2. 2. but has radically transformed the form in which the interaction takes place. People interaction is nowoften mediated by technology, and an important part of social interaction and collaboration happensvia the use of the online social systems (social networking systems, microblogging, wikis, instantmessaging) that have been massively adopted. (note: it should be fair to say that the corporate worldstill shows some sign of reluctance in fully integrating the usage of these tools and in teamworkingonline, but this is one of the reason making investigation of the subject so meaningful). An importantquestion that has arise is how the human "social brain", that has been "elaborated" by the evolutionselection process in the context of "real life" interaction, is able to accommodate to these new "virtual"modalities of interaction that are mediated by the technology. For instance, to which extend are thesenew modalities able to support effectively nonverbal communication that represent an importantcomponent in human communication? Another question is about determining how the different socialelements (such as conformance, territory, power, etc.) and mechanisms (such as perception, labelling,or attention) are being dealt with by human beings in an online world.Amongst the different methods that are available (social science methods, the new "computationalsocial sciences" methods, agent-based modelling etc.), neuroscience represents a very promisingmeans to investigate social process and collaboration online, in particular in the perspective of a socio-cognitive model of social interaction. Neuroscience method is indeed providing us with the possibilityto "sneak" into what is happening in the people head, and to observe phenomenon that are largelyinvisible. In this paper we explores how neuroscience methods can help us on developing ourunderstanding of social interaction and collaboration in an online enterprise context more specifically:(1) in determining to which extend the human brain is able to accommodate the new online tools; Forinstance perception happening online takes a different form which may have some significantimplication in the effectiveness of nonverbal communication (which interaction "in real life"represents an important component of human communication); (2) and to analyse and understand thesocial process and the modalities of interaction happening in online social systems, notably in thecontext of the enterprise. For instance many social processes such as the construction of identity,people expression, the formation of trust, the perception of power and territory, or influence, take adifferent form online. They are also supported by different mechanisms in the "social web" such as thedefinition of online profiles, online conversations (in forum, in blogs, or in microblogging), opinionsystems, activity streams, and other social translucence mechanisms.For our exploration, we first identify what are the different mechanisms and constituents of onlineinteraction and try to put it in perspective to what exists in "real life". For instance we try to see ifsome equivalent of nonverbal communication can be conducted online (examples include the use oflike button in social systems, or of the capture and the display of activity streams), or how peopleexpress their identity online (via their profile or the display of exposure of their actions) in a way thatfollows similar patterns to what happens offline (see the work of the anthropologist Goffman (1959)for a theory for the presentation of identity). We may also identify different categories of populations(e.g. psychological profile or age) and patterns of usage (networkers, curators, etc.).Then we suggest different neuroscience approaches that can potentially be used to get a betterunderstanding of the functioning of the online social process (i.e. perception, reasoning and action inan online social setting) and what are the different part of the brain that are involved. Examples mayinclude the use of neuroscience methods (fMRI, eye-tracking, observation of physiological effectssuch as dilation of the pupil, assessment of salivary hormones (Schultheiss & Stanton 2009) such asoxytocin (Barraza & Zak 2009)) for assessing people emotion, trust (Zak 2008), level of attention,arousal, during the use of online social system. Other research may consist in using imagingtechniques for looking what are the different areas of the brain activated during an interaction (e.g.amygdala, prefrontal cortex, etc.) so as to determine if online social interaction relies on high level(deliberative) or lower level (emotion) functions of the brain or to measure the effect of repeatedexposure of human faces (on the formation of trust). Other imaging techniques may represent a meansfor studying the structure of the brain and its evolution (given brain plasticity) in different categoriesof populations. For instance it may be used for mapping in the brain the different functions that areinvolved in an online social interaction (i.e. some correlation have been found between amygdalavolume and social network size in Humans (Bickart et al. 2011), and specialized social attentioncircuits have been identified). 2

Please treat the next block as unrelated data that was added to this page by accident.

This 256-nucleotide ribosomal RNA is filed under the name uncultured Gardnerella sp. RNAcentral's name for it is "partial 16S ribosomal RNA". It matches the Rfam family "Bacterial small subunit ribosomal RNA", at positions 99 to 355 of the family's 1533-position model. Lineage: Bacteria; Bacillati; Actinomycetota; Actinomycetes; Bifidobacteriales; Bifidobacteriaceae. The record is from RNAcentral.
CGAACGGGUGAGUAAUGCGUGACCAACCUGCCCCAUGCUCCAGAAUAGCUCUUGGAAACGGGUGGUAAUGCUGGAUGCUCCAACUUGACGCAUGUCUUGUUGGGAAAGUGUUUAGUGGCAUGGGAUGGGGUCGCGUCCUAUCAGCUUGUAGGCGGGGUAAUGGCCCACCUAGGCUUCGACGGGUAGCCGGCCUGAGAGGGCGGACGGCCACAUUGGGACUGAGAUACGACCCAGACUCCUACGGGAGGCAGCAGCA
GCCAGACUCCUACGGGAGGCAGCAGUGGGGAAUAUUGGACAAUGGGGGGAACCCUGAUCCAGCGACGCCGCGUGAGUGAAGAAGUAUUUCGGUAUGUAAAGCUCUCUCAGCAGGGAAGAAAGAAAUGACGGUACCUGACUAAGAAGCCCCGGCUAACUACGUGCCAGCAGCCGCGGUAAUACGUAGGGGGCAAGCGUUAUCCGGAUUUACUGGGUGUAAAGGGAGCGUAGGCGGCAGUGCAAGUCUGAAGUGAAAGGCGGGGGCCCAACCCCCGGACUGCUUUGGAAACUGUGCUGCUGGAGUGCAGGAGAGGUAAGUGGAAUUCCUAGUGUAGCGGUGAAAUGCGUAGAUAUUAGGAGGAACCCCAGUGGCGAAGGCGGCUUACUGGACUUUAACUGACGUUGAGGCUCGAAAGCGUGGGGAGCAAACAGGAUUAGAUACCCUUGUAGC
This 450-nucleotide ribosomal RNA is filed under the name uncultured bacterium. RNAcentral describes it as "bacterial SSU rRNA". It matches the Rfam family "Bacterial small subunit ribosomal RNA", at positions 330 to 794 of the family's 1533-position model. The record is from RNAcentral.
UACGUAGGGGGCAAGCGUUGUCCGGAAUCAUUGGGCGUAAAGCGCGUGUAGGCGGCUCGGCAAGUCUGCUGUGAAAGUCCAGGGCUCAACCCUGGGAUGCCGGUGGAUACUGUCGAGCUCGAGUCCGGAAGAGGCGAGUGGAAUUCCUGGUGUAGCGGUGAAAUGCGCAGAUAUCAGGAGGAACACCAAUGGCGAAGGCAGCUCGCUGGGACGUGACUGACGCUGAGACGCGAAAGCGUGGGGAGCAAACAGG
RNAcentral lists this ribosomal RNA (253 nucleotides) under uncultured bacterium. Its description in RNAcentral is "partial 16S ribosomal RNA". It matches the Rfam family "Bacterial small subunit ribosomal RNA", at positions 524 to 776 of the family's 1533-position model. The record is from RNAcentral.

3. 3. More specifically we propose to apply the neuroscience method to explore two areas: (1) onlineidentity in social systems: How online identity is managed by the human brain in online social systems(e.g. forming of impression, trust, nonverbal communication, etc.); (2) online motivation:Understanding the different elements intervening in people engagement in online social systems (i.e.why people participate in an online social interaction).We expect that such investigation will contribute to develop a better understanding of the socialprocess and work in the network organization (and help to explain its disfunctioning) but also bringingsome insight to the debate on the reality of transformation of the human species into a "Homocyberneticus" (cf. the question of the existence of the Y generation) and the arrival of new "breed" ofemployees.MethodThis investigation will make use of neuroscience methods, and more specifically it will be based onthe measure of human behaviour via the recording of brain activities (e.g. EGG scanning, fMRI),psychophysiological measures (e.g. assessment of salivary hormones, pupil dilatation) or theobservation of behaviours (e.g. via eye tracking).More concretely, this research will start by selecting a set of hypotheses that are representative forassessing (1) the ability for the human to manage the interaction in a online social context, and (2)understanding how the online social interaction process is handled in the human brain. Experimentswill be conducted aiming at collecting factual data that can be used for testing the validity of thesehypotheses. Based on these data, an analysis will then be done, validating or invalidating thesehypothesis, and reflecting about the generalizability of the findings to the more general context ofonline social interaction for the enterprise.Theoretical model?Examples of previous relevant researchThere exists a significant quantity of researches in many disciplines (economics, decision making,marketing, etc.) being conducted today that are using neuroscience method. A much smaller number ofthis research is concerned with the study of collaboration and social interaction in the enterprise, morespecifically on an online context (i.e. using online social systems). This section aims at brieflypresenting some of the relevant research (in relation to online social interaction) that have beenconducted so far.Gary Small and colleagues have explored how the time spend on the internet is changing the verystructure of their brain (Small, Moody, Siddarth & Bookheimer 2009). Practically they have usedfunctional MRI scanning to observe the difference in activation patterns when performing novelInternet search between groups of 24 subjects having a minimal or a significant Internet search engineexperience. They observed that the "Net Savvy group" demonstrated significant increases in signalintensity in additional regions of the brain such as in the ones controlling of decision making orcomplex reasoning. They concluded that experience in search may alter the brain’s responsiveness insome of the brain neural circuits.The neuroeconomist Paul Zak has explored the influence of online social related activities on peoplehormonal level, and therefore on arousal or on mood. To do this he has measured the level ofhormones such as oxytocin (associated to generosity and trust), cortisol and ACTH (associated tobiological stress) of people twitting (Penenberg 2010). The blood analysis shown an example in which10 minutes after the starting of twitting, oxytocin levels spiked more than 10 %, and the stresshormones went down to more between 10% and 15%.Maurizio et al. (2011) have studies the affective experience evoked by SNSs. Specifically, they haverecorded skin conductance, blood volume pulse, electroencephalogram, electromyography, respiratoryactivity, and pupil dilation of a group of subjects (30 students) "exposed" to their personal Facebook 3